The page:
Alanna Sherman awarded Newman Civic Fellowship for community projects

Nazaaha Penick, News Reporter

Whitman junior and sociology major Alanna Sherman has been named a Newman Civic Fellow in recognition of her exceptional leadership and commitment to addressing social issues. This prestigious fellowship, awarded by Campus Compact, honors students who have demonstrated a deep passion for civic engagement and have taken bold steps to impact their communities positively. 

Campus Compact, a national nonprofit organization of colleges and universities, focuses on supporting the goals of higher education. The fellowship includes online learning opportunities, networking and a voluntary in-person gathering. 

Sherman has been recognized for her exceptional dedication to community service and her passion for promoting food justice. President Sarah Bolton, who nominated Sherman for the Civic Newman Fellowship, highlighted her accomplishments within the community.                

“Alanna [Sherman] has internalized the importance of community and the collective responsibility we all have to support one another. Alanna cares deeply about the food justice work she is doing as it relates to systems of oppression,” Bolton said. 

Sherman reflected on the inspiration behind her community work, acknowledging organizations like the Black Panther Party for their significant contributions to food justice.

“A lot of projects I have been involved in during my time at Whitman center around mutual aid, food justice and food sovereignty. All of these frameworks were thought of and practiced by many community organizations such as the Black Panther Party, especially the women of the Black Panther Party who started initiatives, such as community meals and free breakfast programs,” Sherman said. 

Photo contributed by Alanna Sherman.

Sherman stated that her inspirations were the reason behind her decision to establish a free resources pantry during her second year of college. She received assistance from her friends in the Whitman Organic Garden to achieve this.

She explains that the pantry’s goal is to offer food and essential resources to those who require it in the Walla Walla community.

Sherman’s passion for promoting community values has led her to spearhead several projects at Whitman College, including the free resources pantry and the Food Justice Project, which supports initiatives to address food insecurity in the Walla Walla Valley.

“In the fall of my junior year, I started co-leading the Food Justice Project with Margaret Kanyoko. The Food Justice Project is a group through the CCEC that was started by two really incredible Whitman students, Devon Player and Olivia Lipson, in 2021. This group supports the Blue Mountain Action Council with their initiatives to address food insecurity in the Walla Walla Valley,” Sherman said.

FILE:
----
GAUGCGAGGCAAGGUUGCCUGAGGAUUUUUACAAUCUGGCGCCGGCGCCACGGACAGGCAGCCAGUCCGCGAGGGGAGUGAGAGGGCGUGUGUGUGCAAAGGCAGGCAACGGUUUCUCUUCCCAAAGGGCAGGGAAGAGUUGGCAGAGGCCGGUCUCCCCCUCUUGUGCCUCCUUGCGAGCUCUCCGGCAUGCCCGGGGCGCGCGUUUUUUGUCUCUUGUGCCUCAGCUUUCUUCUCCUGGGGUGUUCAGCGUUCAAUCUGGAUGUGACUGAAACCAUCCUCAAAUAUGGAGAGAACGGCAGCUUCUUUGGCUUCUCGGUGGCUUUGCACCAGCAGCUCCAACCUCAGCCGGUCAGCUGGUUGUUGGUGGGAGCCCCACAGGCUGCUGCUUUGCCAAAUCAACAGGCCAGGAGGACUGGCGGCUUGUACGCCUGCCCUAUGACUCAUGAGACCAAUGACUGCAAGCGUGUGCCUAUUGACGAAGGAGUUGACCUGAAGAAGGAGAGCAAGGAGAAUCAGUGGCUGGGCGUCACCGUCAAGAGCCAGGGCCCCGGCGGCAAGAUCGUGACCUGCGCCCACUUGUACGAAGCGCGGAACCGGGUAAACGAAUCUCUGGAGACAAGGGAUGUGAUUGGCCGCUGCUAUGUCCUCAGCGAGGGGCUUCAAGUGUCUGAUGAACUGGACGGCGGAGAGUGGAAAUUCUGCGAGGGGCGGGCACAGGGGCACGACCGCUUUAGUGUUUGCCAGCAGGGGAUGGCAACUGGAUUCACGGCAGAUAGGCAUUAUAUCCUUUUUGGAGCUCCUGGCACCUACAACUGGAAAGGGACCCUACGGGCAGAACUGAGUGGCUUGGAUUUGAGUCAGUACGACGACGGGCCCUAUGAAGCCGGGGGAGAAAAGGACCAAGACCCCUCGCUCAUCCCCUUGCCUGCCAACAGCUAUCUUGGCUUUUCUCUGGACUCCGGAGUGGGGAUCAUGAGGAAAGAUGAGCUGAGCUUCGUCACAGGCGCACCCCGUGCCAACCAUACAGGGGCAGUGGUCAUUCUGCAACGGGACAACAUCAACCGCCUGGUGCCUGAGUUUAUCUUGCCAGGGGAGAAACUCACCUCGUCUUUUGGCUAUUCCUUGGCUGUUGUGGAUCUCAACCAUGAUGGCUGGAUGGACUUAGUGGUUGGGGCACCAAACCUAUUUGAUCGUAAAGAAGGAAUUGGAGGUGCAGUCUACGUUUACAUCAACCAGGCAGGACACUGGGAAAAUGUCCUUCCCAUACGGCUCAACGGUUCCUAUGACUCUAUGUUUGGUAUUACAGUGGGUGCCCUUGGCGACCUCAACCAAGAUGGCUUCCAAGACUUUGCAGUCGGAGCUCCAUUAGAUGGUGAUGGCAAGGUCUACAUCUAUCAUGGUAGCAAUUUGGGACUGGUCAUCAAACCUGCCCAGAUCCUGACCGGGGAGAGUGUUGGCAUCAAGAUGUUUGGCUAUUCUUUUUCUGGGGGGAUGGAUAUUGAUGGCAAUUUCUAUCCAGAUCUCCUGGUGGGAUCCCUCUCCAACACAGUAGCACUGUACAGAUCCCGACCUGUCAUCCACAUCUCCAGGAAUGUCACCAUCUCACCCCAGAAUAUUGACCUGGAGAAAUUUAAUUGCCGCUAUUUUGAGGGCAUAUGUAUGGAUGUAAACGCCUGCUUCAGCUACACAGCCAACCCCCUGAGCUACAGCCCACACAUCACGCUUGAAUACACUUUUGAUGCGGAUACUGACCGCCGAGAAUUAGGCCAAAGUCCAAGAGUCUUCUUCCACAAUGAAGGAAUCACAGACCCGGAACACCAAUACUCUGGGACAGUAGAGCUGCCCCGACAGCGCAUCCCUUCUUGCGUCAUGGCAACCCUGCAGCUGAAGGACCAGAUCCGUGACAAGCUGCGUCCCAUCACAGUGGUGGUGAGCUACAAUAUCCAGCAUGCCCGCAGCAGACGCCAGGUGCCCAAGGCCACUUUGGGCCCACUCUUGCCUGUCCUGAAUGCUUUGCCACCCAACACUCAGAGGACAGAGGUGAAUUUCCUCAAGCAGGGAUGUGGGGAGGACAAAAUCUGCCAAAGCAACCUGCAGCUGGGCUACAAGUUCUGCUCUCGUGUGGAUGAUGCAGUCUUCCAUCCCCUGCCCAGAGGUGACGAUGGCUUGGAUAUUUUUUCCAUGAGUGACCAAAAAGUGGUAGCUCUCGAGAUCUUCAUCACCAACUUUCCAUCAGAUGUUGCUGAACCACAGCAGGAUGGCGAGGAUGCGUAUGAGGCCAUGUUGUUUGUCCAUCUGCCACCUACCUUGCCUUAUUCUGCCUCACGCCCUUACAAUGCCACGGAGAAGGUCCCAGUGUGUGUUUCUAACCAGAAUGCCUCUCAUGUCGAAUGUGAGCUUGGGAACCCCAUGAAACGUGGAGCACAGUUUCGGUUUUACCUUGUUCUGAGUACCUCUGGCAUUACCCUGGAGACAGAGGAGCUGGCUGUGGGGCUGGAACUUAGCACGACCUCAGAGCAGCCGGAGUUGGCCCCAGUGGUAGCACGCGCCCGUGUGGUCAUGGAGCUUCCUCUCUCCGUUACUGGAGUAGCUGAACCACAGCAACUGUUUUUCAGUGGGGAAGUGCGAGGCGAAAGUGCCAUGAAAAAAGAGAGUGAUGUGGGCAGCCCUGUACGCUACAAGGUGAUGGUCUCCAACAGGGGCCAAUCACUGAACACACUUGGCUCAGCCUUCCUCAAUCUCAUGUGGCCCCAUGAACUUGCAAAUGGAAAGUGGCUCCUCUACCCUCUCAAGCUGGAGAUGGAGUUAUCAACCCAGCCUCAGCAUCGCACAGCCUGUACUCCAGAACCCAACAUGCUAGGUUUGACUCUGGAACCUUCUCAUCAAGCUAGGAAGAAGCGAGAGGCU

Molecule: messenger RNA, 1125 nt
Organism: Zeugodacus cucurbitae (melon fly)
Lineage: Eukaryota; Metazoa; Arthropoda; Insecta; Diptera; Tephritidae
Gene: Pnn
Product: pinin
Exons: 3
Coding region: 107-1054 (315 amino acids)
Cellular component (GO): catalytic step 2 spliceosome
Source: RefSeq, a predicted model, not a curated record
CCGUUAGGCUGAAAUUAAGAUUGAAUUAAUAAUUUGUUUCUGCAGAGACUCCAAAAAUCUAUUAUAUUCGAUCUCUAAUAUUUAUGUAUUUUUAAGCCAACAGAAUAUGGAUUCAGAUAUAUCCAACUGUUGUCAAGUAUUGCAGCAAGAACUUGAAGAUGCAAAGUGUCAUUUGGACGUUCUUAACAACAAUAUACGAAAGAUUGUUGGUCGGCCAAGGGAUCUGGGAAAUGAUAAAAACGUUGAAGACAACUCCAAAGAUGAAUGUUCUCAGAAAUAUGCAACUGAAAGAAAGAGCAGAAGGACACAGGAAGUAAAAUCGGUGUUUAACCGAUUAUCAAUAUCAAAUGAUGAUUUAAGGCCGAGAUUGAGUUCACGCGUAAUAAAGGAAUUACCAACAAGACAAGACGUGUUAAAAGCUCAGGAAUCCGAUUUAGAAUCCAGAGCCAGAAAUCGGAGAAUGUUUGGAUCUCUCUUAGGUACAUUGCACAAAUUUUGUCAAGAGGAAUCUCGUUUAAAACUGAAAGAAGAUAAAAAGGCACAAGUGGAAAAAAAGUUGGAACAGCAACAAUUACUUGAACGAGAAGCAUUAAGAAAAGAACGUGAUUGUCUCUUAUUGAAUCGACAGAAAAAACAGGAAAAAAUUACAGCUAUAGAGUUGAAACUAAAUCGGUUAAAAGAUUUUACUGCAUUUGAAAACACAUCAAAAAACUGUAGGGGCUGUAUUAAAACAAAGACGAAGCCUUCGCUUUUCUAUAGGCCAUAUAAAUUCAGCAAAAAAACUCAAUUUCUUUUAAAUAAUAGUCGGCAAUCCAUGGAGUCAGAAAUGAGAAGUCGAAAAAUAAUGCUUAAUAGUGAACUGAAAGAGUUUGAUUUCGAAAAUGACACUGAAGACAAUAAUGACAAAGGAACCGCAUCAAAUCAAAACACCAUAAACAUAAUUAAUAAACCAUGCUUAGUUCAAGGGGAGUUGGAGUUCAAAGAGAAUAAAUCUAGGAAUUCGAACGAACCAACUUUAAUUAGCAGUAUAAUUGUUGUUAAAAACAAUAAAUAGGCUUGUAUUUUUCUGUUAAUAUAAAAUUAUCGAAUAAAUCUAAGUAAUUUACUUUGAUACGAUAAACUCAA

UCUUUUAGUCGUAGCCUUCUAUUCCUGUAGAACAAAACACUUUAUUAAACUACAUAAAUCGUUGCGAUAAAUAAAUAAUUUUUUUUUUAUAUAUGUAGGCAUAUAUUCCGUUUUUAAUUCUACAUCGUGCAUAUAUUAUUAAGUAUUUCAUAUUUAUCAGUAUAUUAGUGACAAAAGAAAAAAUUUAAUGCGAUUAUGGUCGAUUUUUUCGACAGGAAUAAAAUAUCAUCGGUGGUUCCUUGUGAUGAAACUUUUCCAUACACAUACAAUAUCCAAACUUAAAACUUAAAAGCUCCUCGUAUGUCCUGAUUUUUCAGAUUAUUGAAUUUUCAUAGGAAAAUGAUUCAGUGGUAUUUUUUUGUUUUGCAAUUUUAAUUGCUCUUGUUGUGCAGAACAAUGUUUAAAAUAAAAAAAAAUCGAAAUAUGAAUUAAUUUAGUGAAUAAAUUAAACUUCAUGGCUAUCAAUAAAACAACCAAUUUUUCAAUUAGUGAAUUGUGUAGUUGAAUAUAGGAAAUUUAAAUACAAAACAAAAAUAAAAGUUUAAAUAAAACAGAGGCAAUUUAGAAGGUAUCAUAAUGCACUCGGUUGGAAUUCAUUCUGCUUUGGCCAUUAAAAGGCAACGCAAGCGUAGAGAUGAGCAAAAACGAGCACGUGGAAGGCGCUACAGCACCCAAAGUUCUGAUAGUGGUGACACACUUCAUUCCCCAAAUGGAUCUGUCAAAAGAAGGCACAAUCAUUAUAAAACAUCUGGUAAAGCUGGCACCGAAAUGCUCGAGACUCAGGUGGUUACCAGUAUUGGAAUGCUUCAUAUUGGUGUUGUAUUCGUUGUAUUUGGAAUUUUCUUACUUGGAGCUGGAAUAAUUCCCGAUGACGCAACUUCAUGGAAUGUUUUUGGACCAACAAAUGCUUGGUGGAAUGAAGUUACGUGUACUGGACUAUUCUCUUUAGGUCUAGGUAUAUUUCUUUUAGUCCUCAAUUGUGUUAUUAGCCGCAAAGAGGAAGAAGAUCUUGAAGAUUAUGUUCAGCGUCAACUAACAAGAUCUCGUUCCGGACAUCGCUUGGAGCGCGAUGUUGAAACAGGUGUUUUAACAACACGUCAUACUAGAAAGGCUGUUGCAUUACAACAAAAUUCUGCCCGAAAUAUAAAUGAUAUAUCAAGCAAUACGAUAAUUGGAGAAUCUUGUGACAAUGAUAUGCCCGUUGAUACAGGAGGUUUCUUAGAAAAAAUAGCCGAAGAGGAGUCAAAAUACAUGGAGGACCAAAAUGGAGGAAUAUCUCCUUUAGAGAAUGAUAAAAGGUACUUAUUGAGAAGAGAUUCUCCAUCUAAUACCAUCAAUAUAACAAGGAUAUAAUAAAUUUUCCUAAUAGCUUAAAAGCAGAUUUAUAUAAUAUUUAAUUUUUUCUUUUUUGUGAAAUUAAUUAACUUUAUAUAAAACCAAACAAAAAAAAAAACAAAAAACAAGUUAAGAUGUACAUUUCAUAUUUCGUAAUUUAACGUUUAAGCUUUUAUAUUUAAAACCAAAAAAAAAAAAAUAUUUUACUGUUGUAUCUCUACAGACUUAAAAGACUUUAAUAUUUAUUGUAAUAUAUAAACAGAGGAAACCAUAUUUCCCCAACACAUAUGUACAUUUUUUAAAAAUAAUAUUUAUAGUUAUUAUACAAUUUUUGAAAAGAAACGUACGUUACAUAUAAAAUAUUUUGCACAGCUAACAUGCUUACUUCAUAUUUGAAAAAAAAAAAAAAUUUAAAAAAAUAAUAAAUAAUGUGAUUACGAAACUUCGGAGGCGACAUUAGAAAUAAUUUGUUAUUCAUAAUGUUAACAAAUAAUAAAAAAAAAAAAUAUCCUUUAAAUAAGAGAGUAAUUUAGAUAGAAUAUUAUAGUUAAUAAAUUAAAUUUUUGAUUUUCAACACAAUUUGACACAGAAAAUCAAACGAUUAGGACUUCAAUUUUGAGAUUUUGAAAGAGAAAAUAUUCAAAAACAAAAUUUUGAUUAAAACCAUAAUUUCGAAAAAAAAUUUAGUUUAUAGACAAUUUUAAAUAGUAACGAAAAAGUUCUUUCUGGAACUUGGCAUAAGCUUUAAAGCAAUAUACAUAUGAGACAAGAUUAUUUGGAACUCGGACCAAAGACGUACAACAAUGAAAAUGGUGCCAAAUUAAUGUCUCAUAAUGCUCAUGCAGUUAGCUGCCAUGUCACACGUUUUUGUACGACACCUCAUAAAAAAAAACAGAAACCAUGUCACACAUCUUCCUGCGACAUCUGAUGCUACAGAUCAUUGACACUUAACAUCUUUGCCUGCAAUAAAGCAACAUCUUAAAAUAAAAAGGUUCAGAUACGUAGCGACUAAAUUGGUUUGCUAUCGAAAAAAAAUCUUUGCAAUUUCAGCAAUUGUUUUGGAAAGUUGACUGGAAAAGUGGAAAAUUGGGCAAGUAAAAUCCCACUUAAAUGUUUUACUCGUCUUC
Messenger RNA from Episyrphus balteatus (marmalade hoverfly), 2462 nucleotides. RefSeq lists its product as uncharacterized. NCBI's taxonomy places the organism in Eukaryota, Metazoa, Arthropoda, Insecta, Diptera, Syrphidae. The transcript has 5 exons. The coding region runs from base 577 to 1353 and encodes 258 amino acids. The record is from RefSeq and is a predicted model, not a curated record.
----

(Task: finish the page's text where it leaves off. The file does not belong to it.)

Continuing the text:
Last fall, Sherman initiated a project to collect used books and distribute them to incarcerated people in the Washington State Penitentiary. She credited Fatimah Nyeemah Warner for coming up with the idea of collecting books for incarcerated individuals. Warner is professionally known as Noname, the founder of the Noname Book Club, which sends books authored by people of color to incarcerated people in the United States as part of their Prison Program. The initiative influenced Sherman’s book collection effort for people in the Washington State Penitentiary.

“Incarceration is a deeply dehumanizing experience, and simply having access to books may seem small, but it is so necessary,” Sherman said. “Education and exploring the imagination needs to be made accessible to all humans, and sending books to incarcerated people is a really beautiful way of expressing love and solidarity with our communities. This book drive collected 255 books, which wouldn’t have been possible without the help of so many lovely people in the Whitman community.” 

Amid the challenges of college life and community engagement, Sherman advises not to lose sight of your goals while also prioritizing self-care as a crucial component to maintaining the energy needed to sustain meaningful work.

“My biggest piece of advice is don’t give up on your goals, but also allow yourself the space to rest. Organizing and community engagement can be really beautiful but also emotionally draining, which is especially hard if you are a college student and possibly working other jobs,” Sherman said. “I have definitely overworked myself in the past, and it makes it really hard to continue the projects you have started. Being intentional about the work you do includes taking care of yourself.”